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Stokes: Our needle exchange program saves lives -- like mine (column)

4:05 PM, Jul. 5, 2013  |  Comments
Needle exchange saves lives and can help addicts get the treatment they need.
Needle exchange saves lives and can help addicts get the treatment they need.
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Unfortunately, the number of deaths due to heroin or opiate overdose is increasing. This is not just a problem in Wisconsin's larger cities, but here in Wausau and central Wisconsin as well. Today, people struggling with opiate addiction and experiencing overdoses come from diverse backgrounds. It is all too common for these growing ranks to include teens and young adults as well as mothers and fathers. The face of a "typical" heroin user has changed over the past 10 years. I am someone with long-term recovery (28 years) from a heroin addiction. Years ago, injection drug use was taboo even among other drug using communities. The initiation of injection did not occur until an individual had many years of drug use/abuse. Today, we see a revolving door of young injectors (18, 19 & 20 years old).

I know. I see these people, daily, come to the AIDS Resource Center of Wisconsin, where we offer a needle exchange program. The participants we see come from all walks of life, all ages and races.

Here in central Wisconsin, people struggling with addiction to opiates - including those who are actively seeking drug counseling and treatment - find accessing drug treatment is difficult and expensive. There are not many resources available for uninsured people to get the services they need. The Wausau area has only one methadone provider and often has waiting lists.

And for many addicts, successfully kicking their opiate addiction is the hardest thing they've ever had to do. Many people who begin treatment fail and begin their drug use again. Often they repeating this cycle many times before finally breaking the cycle of addiction.

I believe recovery from an addiction is a process. Most do not maintain complete abstinence after their first treatment experience. Many need multiple treatments.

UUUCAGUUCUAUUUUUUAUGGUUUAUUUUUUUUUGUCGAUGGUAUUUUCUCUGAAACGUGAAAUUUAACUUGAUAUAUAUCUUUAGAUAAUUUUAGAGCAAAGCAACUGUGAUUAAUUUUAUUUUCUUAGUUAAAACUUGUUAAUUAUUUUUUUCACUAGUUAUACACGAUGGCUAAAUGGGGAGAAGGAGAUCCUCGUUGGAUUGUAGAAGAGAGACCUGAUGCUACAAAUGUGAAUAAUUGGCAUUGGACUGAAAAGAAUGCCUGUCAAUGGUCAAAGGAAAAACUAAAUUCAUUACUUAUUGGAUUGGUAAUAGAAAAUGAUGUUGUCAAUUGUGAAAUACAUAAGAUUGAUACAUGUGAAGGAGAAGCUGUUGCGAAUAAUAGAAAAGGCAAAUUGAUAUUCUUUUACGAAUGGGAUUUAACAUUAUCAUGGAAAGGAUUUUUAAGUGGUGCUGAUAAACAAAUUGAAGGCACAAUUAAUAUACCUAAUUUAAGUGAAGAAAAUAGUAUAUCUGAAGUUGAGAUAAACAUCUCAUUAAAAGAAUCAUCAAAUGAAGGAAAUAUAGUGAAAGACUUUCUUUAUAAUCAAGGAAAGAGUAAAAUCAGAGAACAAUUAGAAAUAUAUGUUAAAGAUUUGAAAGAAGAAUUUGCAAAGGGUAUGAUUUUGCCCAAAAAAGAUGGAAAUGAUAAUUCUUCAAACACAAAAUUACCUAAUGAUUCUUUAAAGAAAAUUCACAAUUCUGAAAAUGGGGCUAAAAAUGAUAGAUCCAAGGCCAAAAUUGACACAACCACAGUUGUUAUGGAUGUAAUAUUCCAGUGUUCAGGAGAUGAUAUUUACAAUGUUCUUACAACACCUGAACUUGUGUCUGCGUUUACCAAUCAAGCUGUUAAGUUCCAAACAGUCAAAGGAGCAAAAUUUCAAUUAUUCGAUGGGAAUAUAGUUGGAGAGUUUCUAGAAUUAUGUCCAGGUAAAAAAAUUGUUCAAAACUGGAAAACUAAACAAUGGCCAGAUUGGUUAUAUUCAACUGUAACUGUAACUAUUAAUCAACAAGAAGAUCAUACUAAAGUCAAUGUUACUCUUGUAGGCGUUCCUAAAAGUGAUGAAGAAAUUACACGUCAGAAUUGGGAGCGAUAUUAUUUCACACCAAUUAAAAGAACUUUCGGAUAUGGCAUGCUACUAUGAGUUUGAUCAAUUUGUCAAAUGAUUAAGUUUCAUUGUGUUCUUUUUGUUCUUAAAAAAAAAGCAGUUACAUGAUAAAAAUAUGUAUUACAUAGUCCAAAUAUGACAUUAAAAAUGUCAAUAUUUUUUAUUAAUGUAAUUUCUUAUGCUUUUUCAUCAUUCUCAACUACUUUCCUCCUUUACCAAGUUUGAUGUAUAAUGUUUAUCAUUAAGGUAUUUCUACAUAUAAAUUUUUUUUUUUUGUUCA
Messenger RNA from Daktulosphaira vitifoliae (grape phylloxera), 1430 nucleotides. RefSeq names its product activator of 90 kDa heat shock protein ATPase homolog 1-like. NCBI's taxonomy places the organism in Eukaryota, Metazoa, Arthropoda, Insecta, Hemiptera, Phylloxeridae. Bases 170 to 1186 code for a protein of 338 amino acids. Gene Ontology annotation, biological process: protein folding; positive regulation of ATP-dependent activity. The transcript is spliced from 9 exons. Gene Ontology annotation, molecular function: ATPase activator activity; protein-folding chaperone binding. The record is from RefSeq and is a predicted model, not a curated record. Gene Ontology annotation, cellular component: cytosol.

I needed three. After the third attempt, it finally stuck. And I have been busy trying to give back to communities I have always taken from in the past.

I am aware of people who have been through more than 10 treatments - and, finally, many of them have found success.

Solving the country's drug problem must remain a priority. But while elected officials and public health leaders continue to have this important discussion, it is critical that we save as many people as possible from overdose, HIV, and hepatitis C and afford them the chance to eliminate their drug use.

Needle exchange saves lives

One of the services we provide at the ARCW is a clean needle exchange program known as Lifepoint. Lifepoint is in place to ensure that as many lives as possible are saved by getting used needles off the street and out of the community, preventing new HIV infections and linking drug users to treatment.

Lifepoint is a needle exchange program, but it does not simply hand out needles to anyone. Participation in the program encourages injection drug users to bring back their used needles prior to receiving new ones. Use of clean needles helps prevent the spread of diseases including HIV among injection drug users, but the program serves other purposes as well. We offer HIV and hepatitis C testing, as well as referral for addiction treatment services to every participant in every encounter.

While needle exchange programs are proven to reduce HIV infection rates among injection drug users - they've fallen by 67 percent in Wisconsin since the beginning of Lifepoint in 1994 - ARCW will not conduct Lifepoint in communities where it is not welcome, or in neighborhoods where it is not appropriate. We regularly work with public health and law enforcement agencies to educate them about Lifepoint and have them invite us to provide the service in their communities.

Many people do not understand the public health impact that providing clean needles can have on a community. When we have an individual who is interested in obtaining drug treatment services, our staff does everything it can to assist them in accessing those services as soon as possible. We also know that an individual is more successful in treatment when they are HIV/HCV-free.

A growing need

As the number of opiate-related overdoses has steadily increased, Lifepoint now trains participants to identify someone experiencing an overdose and how to administer naloxone to them. This otherwise harmless liquid immediately reverses the effects of an opiate overdose and is literally a lifesaver for anyone suffering the effects of overdose. Participants are also trained how to conduct rescue breathing and how to call for emergency medical services (911).

In 2012, ARCW trained 931 people to respond to opiate overdoses. We also received reports of 787 "peer saves," or cases where community members assisted someone who had experienced an overdose by calling 911, providing rescue breathing or administering naloxone. And we know that not all of our participants have reported each save, so the real numbers may be even higher.

In the Wausau service area we trained 29 individuals and have 23 peer saves reported. This means that someone's son or daughter, brother or sister, or mom or dad received more time to begin accessing the treatment they need.

The ARCW's needle exchange and training programs can help save lives and, ultimately, help people kick their addictions. Those are outcomes we can all support.

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